Discussion in 'Arts and Literature' started by Gary Hendriksen, Jan 26, 2013.
So, ah, Gary. Where's the rest of the photos??
It's coming along. Looking good
Guy, it's looking good so far, keep em coming. Are you using sugar pine?
Patrick, Using Tupelo wood, it is alot softer than sugar pine.
I am having trouble keeping this photos in proper order, but you get the idea of how things are coming along.
Gary, I love your step by step photos. You are very talented. I can't wait to see the finished product. Are you entering any contests this year?
Amazing job there Gary!
I noticed the grain on the Tupelo wood is very coarse. Out of curiosity, would a finer grained wood give better results or is it tougher to carve?
You don't have it painted yet? How long does it take you start to finish on something like this?
Gary hasn't done the burning yet.
You should see how long it takes him to complete a fish sculpture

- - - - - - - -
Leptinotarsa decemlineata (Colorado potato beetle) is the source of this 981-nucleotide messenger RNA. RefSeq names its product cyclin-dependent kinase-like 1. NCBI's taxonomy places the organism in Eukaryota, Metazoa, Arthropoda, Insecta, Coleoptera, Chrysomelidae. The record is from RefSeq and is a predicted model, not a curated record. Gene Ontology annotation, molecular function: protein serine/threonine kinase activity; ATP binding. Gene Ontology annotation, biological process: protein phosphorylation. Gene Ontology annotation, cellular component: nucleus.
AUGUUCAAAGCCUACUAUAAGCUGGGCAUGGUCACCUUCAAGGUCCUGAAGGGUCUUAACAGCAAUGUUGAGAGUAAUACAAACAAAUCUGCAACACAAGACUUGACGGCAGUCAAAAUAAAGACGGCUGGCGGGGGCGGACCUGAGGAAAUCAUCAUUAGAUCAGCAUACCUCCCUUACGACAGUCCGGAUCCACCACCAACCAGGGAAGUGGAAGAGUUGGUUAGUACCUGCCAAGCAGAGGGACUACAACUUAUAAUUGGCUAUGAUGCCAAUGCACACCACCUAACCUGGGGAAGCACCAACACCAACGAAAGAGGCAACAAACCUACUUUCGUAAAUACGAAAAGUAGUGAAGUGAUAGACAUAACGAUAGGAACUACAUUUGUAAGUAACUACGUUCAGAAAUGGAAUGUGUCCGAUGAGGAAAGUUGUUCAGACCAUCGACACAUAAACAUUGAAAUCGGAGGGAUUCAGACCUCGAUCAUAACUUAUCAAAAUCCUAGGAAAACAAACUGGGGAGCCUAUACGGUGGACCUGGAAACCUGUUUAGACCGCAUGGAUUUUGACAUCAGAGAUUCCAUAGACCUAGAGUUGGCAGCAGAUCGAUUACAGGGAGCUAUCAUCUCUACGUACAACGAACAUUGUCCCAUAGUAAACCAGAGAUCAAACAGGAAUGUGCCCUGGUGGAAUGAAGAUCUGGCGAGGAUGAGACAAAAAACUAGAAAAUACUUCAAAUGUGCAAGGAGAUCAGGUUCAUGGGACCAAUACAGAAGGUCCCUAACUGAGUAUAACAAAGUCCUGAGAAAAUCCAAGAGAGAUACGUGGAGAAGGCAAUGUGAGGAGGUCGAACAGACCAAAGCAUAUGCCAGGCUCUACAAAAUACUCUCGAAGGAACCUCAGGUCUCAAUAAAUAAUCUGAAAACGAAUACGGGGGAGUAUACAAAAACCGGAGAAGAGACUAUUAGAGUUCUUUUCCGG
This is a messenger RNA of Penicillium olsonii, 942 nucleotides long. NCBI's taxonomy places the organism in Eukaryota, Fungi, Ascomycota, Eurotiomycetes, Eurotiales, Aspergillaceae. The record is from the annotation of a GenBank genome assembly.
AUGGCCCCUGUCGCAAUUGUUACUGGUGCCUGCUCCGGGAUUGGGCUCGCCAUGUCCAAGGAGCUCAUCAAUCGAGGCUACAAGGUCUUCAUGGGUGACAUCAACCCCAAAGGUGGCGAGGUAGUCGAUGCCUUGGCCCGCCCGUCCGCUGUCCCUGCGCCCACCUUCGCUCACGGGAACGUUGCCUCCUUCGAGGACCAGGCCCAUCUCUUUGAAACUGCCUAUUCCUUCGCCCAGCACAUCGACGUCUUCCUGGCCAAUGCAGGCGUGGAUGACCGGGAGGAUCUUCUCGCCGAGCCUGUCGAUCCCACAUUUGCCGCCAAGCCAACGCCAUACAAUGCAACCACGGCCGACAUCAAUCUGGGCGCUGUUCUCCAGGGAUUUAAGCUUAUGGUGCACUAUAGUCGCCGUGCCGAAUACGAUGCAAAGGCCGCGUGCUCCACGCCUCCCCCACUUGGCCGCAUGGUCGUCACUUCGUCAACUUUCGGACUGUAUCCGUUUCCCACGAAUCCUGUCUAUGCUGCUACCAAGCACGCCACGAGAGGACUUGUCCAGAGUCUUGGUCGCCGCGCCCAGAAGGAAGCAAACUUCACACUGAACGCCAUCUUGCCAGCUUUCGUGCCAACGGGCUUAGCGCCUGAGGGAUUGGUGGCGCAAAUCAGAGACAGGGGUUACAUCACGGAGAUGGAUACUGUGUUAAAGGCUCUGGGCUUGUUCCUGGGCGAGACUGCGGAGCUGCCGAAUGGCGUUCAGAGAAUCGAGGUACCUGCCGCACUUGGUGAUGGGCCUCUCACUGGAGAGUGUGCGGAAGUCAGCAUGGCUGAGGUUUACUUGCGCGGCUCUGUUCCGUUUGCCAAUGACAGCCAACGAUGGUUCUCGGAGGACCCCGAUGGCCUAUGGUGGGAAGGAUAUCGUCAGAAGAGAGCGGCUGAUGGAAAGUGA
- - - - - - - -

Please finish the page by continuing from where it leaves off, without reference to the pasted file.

(inside joke with Gary)
In his defense, he does own a business and does get side-tracked on other wood working projects.
WOW!! NICE WORK! I am amazed by that many detailed steps! This is so cool! Thanks for sharing!
Richard, Tupelo does have the gum lines that can be a pain, but for the most part it is the most popular carving wood. It carves easy and easy to wood burn.
New Tyler, This bird was a class bird I carved last summer, it was Monday through Friday class and we did complete the carving during class....so about 40 hours into the carving. It will take another 30 + hours to do the painting and habitat.
Jack is correct, I will post photos of the feather texturing and than wood burning soon.
Gene, I am going to be interrupted on this painting as I have to finish another project for a show.
Yuhina, Thank you, I am glad you are enjoying this
I guess I will have to do a fish ...Huh Gene?